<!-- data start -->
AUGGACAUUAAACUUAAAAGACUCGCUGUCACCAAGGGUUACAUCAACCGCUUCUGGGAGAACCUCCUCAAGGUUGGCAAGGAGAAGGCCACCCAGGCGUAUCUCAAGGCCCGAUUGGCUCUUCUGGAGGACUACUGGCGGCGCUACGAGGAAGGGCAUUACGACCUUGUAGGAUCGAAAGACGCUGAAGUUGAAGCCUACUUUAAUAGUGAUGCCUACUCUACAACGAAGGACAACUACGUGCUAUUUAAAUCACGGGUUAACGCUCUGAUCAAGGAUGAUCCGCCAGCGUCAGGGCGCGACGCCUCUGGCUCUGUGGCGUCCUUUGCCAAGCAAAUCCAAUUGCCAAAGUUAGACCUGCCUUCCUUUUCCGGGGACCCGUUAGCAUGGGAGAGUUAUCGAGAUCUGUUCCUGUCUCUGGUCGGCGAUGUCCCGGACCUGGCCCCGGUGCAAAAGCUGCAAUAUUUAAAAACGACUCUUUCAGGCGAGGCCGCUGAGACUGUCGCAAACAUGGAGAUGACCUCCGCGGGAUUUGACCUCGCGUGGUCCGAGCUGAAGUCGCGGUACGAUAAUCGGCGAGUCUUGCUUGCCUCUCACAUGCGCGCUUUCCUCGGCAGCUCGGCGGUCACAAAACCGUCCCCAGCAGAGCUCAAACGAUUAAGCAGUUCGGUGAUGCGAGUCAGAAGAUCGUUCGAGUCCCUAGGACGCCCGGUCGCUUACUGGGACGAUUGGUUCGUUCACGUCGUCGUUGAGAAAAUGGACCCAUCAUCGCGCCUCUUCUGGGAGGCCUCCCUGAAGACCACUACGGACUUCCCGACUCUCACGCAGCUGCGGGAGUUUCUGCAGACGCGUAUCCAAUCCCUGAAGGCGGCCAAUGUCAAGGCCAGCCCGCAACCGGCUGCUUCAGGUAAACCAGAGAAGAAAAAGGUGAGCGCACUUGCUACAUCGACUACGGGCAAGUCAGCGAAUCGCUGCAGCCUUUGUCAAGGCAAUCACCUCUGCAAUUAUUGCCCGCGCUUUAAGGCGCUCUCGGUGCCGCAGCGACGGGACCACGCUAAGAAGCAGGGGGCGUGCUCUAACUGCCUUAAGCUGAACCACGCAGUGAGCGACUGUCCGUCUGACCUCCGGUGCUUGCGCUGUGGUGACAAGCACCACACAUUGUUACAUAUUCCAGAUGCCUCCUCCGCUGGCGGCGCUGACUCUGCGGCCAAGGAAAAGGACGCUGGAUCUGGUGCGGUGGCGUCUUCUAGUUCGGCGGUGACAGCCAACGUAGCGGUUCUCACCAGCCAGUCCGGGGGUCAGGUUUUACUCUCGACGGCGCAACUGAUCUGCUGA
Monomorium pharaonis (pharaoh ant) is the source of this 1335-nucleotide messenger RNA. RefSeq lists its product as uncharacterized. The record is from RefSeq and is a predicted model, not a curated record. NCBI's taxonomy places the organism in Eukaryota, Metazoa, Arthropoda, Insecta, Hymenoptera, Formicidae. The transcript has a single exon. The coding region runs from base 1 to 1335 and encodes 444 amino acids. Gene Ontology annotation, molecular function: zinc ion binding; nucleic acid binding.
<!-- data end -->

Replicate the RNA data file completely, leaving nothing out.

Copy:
AUGGACAUUAAACUUAAAAGACUCGCUGUCACCAAGGGUUACAUCAACCGCUUCUGGGAGAACCUCCUCAAGGUUGGCAAGGAGAAGGCCACCCAGGCGUAUCUCAAGGCCCGAUUGGCUCUUCUGGAGGACUACUGGCGGCGCUACGAGGAAGGGCAUUACGACCUUGUAGGAUCGAAAGACGCUGAAGUUGAAGCCUACUUUAAUAGUGAUGCCUACUCUACAACGAAGGACAACUACGUGCUAUUUAAAUCACGGGUUAACGCUCUGAUCAAGGAUGAUCCGCCAGCGUCAGGGCGCGACGCCUCUGGCUCUGUGGCGUCCUUUGCCAAGCAAAUCCAAUUGCCAAAGUUAGACCUGCCUUCCUUUUCCGGGGACCCGUUAGCAUGGGAGAGUUAUCGAGAUCUGUUCCUGUCUCUGGUCGGCGAUGUCCCGGACCUGGCCCCGGUGCAAAAGCUGCAAUAUUUAAAAACGACUCUUUCAGGCGAGGCCGCUGAGACUGUCGCAAACAUGGAGAUGACCUCCGCGGGAUUUGACCUCGCGUGGUCCGAGCUGAAGUCGCGGUACGAUAAUCGGCGAGUCUUGCUUGCCUCUCACAUGCGCGCUUUCCUCGGCAGCUCGGCGGUCACAAAACCGUCCCCAGCAGAGCUCAAACGAUUAAGCAGUUCGGUGAUGCGAGUCAGAAGAUCGUUCGAGUCCCUAGGACGCCCGGUCGCUUACUGGGACGAUUGGUUCGUUCACGUCGUCGUUGAGAAAAUGGACCCAUCAUCGCGCCUCUUCUGGGAGGCCUCCCUGAAGACCACUACGGACUUCCCGACUCUCACGCAGCUGCGGGAGUUUCUGCAGACGCGUAUCCAAUCCCUGAAGGCGGCCAAUGUCAAGGCCAGCCCGCAACCGGCUGCUUCAGGUAAACCAGAGAAGAAAAAGGUGAGCGCACUUGCUACAUCGACUACGGGCAAGUCAGCGAAUCGCUGCAGCCUUUGUCAAGGCAAUCACCUCUGCAAUUAUUGCCCGCGCUUUAAGGCGCUCUCGGUGCCGCAGCGACGGGACCACGCUAAGAAGCAGGGGGCGUGCUCUAACUGCCUUAAGCUGAACCACGCAGUGAGCGACUGUCCGUCUGACCUCCGGUGCUUGCGCUGUGGUGACAAGCACCACACAUUGUUACAUAUUCCAGAUGCCUCCUCCGCUGGCGGCGCUGACUCUGCGGCCAAGGAAAAGGACGCUGGAUCUGGUGCGGUGGCGUCUUCUAGUUCGGCGGUGACAGCCAACGUAGCGGUUCUCACCAGCCAGUCCGGGGGUCAGGUUUUACUCUCGACGGCGCAACUGAUCUGCUGA
Monomorium pharaonis (pharaoh ant) is the source of this 1335-nucleotide messenger RNA. RefSeq lists its product as uncharacterized. The record is from RefSeq and is a predicted model, not a curated record. NCBI's taxonomy places the organism in Eukaryota, Metazoa, Arthropoda, Insecta, Hymenoptera, Formicidae. The transcript has a single exon. The coding region runs from base 1 to 1335 and encodes 444 amino acids. Gene Ontology annotation, molecular function: zinc ion binding; nucleic acid binding.